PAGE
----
Exibit Dates: January 2 through 31, 2020
Example created by Jackson Shapiro for 2018 LEGO exhibit.
We want to see your LEGO creativity!
This exhibit is open to LEGO builders age 18 and under, as well as teams that include at least one member under 18.
Submission Deadline: Monday, Dec. 16, 2019.
- Your creation must be ORIGINAL WORK. (Instructions found in a book or online may be followed, but no entries built from commercial kits will be accepted.)
- Your entry must fit on a 10" x 10" base.
- You must be able to deliver your creation to the assigned Library location for the exhibit.
Submissions Now Closed
There’s no better way to get in the Halloween spirit than with a spooky read. From ghost stories to thrillers to true crime, pick one of these up when you want to hide under the covers with a good book.
Want to create something booo-tiful, listen to spooky poetry performed, or watch a silly movie?
We’ve got fun Halloween events all month for kids, teens and adults!
Don’t have time to search all the book reviews to find your next perfect read?
Save time and stress with our curated lists, tailored for almost every genre or interest.
Everyone has a story – the Library can help you find yours!
Breast Cancer is a Cruel Disease
Information gained from trustworthy, vetted resources can assist those with cancer to discover treatments, conquer fears, and gain strength.
Start your Breast Cancer research with these books to help patients, caregivers and survivors navigate the complicated world of breast cancer diagnosis, treatment and survivorship:
These materials have been provided by a grant from the Virginia Breast Cancer Foundation. Since 2000, the VCBF has financially supported local libraries and library systems across the Commonwealth. providing more than $60,000 in funding, helping libraries to purchase breast health books, e-books, periodicals, DVDs and other materials to to support women and their families in their community.
Friday, October 11, marks the 31st anniversary of National Coming Out Day, an annual observance to raise awareness of the interests and rights of the LGBTQIA+ community.
Arlington Public Library is honoring this date by displaying Pride flags at all of our locations.
As a gay person, National Coming Out Day holds personal significance.
I take it personally when we discover pages in our Library’s children’s books about gay moms and dads have been deliberately torn or defaced.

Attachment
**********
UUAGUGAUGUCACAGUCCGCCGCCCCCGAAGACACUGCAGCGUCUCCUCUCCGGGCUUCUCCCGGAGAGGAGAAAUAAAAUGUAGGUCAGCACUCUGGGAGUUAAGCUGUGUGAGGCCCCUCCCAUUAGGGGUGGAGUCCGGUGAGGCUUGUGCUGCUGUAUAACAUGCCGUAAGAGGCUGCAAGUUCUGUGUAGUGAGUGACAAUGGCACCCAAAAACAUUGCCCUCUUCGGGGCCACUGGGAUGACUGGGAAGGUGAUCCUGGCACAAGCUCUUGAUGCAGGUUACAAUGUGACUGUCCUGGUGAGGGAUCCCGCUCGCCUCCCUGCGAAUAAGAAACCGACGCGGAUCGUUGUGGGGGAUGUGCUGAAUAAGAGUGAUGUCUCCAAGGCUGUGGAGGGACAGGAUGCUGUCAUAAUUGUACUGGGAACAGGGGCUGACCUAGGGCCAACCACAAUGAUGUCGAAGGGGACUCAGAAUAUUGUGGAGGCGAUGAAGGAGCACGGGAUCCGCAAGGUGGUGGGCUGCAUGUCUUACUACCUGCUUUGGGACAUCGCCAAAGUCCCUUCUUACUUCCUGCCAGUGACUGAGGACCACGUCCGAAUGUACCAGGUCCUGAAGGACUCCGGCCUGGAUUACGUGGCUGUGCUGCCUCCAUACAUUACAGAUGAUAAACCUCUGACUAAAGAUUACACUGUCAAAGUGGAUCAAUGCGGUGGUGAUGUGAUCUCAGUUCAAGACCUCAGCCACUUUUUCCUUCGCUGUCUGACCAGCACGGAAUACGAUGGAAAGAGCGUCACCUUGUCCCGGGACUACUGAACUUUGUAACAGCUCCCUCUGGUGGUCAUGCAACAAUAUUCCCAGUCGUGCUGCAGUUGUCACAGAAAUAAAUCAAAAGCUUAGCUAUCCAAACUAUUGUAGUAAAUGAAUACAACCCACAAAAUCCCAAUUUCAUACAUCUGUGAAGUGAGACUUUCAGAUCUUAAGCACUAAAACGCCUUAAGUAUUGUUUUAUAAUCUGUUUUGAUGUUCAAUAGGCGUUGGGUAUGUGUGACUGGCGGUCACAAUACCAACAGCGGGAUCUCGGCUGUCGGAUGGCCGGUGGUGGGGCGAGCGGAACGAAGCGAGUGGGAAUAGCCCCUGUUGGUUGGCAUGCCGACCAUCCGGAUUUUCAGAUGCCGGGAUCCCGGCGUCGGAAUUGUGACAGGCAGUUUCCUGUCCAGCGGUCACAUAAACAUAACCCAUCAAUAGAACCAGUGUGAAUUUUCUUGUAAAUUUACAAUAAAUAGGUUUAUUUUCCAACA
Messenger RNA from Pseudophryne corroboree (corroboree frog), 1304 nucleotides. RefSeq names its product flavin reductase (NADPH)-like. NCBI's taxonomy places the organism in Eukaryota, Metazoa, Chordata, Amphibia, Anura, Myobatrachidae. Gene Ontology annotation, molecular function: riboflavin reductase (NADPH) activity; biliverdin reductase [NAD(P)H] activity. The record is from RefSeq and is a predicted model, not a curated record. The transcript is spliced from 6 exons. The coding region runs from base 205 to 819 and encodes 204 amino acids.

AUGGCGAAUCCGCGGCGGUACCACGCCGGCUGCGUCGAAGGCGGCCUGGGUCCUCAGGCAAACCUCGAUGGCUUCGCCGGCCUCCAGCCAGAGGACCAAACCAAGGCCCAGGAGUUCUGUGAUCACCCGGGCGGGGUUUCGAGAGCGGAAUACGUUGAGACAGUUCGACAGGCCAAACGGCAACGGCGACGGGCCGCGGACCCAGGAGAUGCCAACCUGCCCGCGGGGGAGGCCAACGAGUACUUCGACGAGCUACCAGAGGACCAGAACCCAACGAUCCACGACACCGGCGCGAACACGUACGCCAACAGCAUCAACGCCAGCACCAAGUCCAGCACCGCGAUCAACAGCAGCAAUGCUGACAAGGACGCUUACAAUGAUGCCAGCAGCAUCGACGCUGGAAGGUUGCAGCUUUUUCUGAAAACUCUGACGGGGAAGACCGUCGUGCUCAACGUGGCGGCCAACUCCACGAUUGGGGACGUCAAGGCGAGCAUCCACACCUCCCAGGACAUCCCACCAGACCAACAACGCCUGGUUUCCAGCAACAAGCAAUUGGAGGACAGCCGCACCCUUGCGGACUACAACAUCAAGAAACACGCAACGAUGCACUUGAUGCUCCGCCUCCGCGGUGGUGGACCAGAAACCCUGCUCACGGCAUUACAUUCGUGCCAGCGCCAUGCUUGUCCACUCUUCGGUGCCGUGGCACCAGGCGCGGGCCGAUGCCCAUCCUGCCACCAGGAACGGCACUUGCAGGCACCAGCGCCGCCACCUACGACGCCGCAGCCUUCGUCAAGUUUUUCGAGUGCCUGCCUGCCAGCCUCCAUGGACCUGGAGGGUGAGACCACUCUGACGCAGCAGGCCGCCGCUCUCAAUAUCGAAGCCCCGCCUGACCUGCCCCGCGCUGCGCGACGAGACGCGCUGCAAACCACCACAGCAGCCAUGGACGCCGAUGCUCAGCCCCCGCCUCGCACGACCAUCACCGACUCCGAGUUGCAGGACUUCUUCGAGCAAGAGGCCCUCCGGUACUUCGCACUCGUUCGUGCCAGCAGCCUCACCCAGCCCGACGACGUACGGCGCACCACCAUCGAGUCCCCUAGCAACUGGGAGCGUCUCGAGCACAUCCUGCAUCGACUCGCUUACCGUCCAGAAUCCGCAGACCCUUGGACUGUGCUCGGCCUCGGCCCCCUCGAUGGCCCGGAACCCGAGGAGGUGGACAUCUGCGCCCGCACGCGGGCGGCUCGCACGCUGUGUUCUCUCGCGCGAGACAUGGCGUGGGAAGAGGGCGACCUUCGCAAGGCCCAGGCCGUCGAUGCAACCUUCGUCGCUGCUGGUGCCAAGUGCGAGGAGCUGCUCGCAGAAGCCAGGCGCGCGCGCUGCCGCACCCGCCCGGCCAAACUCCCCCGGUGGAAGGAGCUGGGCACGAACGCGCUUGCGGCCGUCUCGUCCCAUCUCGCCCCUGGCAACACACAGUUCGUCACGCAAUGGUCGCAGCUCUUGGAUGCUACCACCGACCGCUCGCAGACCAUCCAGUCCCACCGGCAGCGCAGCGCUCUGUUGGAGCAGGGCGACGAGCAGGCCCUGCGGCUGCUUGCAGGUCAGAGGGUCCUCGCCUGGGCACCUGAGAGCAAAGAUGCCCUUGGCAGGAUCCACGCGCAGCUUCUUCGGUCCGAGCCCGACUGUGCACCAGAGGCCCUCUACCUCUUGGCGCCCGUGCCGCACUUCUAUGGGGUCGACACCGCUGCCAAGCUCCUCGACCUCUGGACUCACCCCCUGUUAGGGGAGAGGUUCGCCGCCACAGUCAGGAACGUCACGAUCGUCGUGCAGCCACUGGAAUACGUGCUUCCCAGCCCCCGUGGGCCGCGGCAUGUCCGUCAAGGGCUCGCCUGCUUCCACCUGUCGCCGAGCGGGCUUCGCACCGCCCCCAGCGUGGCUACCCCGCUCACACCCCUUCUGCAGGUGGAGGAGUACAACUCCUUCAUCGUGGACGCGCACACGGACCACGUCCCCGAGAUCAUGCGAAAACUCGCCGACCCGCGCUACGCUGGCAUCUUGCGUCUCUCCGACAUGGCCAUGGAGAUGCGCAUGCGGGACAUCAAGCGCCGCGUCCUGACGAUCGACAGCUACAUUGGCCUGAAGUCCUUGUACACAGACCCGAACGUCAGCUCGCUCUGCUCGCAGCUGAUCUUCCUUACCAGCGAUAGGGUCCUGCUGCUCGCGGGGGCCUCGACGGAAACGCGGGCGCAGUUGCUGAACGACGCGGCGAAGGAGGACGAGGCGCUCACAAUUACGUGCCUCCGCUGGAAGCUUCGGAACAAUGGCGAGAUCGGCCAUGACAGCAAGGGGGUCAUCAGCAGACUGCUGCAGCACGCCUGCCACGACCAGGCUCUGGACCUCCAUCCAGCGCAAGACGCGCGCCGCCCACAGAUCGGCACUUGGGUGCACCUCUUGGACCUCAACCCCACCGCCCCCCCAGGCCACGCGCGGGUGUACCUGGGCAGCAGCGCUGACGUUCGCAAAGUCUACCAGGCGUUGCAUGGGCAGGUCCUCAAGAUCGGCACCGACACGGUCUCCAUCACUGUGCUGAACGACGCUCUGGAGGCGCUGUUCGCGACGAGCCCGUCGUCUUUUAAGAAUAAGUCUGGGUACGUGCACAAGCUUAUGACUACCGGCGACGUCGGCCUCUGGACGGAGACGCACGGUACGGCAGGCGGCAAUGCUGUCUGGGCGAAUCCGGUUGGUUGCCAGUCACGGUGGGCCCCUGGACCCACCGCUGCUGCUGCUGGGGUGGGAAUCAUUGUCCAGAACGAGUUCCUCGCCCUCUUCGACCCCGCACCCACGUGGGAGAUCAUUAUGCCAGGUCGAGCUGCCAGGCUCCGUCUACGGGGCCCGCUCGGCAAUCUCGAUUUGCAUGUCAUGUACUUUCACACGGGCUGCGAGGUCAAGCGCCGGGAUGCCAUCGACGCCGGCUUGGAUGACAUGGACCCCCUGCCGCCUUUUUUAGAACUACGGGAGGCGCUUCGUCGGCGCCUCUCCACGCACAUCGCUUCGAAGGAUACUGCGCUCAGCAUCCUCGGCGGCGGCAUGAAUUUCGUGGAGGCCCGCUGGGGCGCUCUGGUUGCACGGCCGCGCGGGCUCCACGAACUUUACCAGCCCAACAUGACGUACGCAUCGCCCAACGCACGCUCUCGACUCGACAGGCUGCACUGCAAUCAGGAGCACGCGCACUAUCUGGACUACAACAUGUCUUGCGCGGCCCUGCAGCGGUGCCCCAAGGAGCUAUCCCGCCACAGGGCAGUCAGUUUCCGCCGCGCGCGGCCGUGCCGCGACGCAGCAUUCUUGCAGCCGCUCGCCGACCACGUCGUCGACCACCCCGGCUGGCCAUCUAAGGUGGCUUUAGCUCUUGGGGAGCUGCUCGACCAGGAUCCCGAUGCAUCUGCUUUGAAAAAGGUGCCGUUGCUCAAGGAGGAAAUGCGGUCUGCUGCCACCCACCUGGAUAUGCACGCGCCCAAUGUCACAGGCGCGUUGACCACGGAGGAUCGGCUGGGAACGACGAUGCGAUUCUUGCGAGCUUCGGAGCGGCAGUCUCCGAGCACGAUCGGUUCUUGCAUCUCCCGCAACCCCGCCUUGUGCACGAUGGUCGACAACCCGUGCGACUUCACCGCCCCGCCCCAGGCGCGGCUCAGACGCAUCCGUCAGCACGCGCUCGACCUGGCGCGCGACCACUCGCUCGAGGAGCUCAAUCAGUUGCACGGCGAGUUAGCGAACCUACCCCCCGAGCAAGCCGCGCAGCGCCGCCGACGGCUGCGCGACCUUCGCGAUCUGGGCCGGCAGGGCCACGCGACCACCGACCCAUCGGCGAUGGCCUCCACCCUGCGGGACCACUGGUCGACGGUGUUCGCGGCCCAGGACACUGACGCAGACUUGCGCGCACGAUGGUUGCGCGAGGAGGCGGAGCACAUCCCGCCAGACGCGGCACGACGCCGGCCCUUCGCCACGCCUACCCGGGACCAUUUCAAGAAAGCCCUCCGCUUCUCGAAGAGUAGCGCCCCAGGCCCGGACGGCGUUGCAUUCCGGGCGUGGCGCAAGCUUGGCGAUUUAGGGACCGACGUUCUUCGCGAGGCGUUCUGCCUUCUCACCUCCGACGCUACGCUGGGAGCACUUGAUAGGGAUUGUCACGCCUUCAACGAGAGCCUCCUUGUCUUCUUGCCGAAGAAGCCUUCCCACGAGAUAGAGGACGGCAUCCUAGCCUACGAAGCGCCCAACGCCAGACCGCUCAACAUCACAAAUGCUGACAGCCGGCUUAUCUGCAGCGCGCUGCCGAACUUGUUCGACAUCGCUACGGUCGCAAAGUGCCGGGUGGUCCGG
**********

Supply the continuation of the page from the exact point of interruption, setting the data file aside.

I take it personally when a patron writes me and tells me that the Library’s Pride Month book displays promote sexually deviant behavior.
And I take it personally when a patron threatens to trash a branch library because it has displayed the Pride flag.
As an Arlington County leader, my support of National Coming Out Day means that I encourage Library staff to show up at work as they truly are — proudly and without fear of consequence.
As a public library director, National Coming Out Day reminds me that each day in a library is coming out day. Libraries are judgement free zones – safe spaces that welcome all who enter their doors, regardless of beliefs, preferences, country of origin, age, income status or appearance.
And as a gay person, National Coming Out Day affirms a commitment I made to myself: to respect and honor my choices and to be who I am, this day and every day.
Do you know where your water comes from?
By the 1920s, while a few Arlington communities were serviced by privately-owned water companies (including Aurora Hills and Cherrydale) most of the County’s 16,040 residents got their water from individual shallow wells, which were inconvenient and susceptible to pollution.
Arlington County Water Department Float for the Water Carnival, November 1927
In 1922, the State of Virginia passed legislation to permit the establishment of sanitary districts within the County for the purpose of constructing water and sewer systems.
The Arlington County Board of Supervisors contracted engineer Asa E. Phillips to investigate options for a County-wide water system in 1926. Phillips and the County Board proposed a number of solutions to County residents. Eventually residents decided that instead of building its own water filtration plant Arlington County would request water from Washington, D.C., which had recently finished construction on the Dalecarlia Water Plant.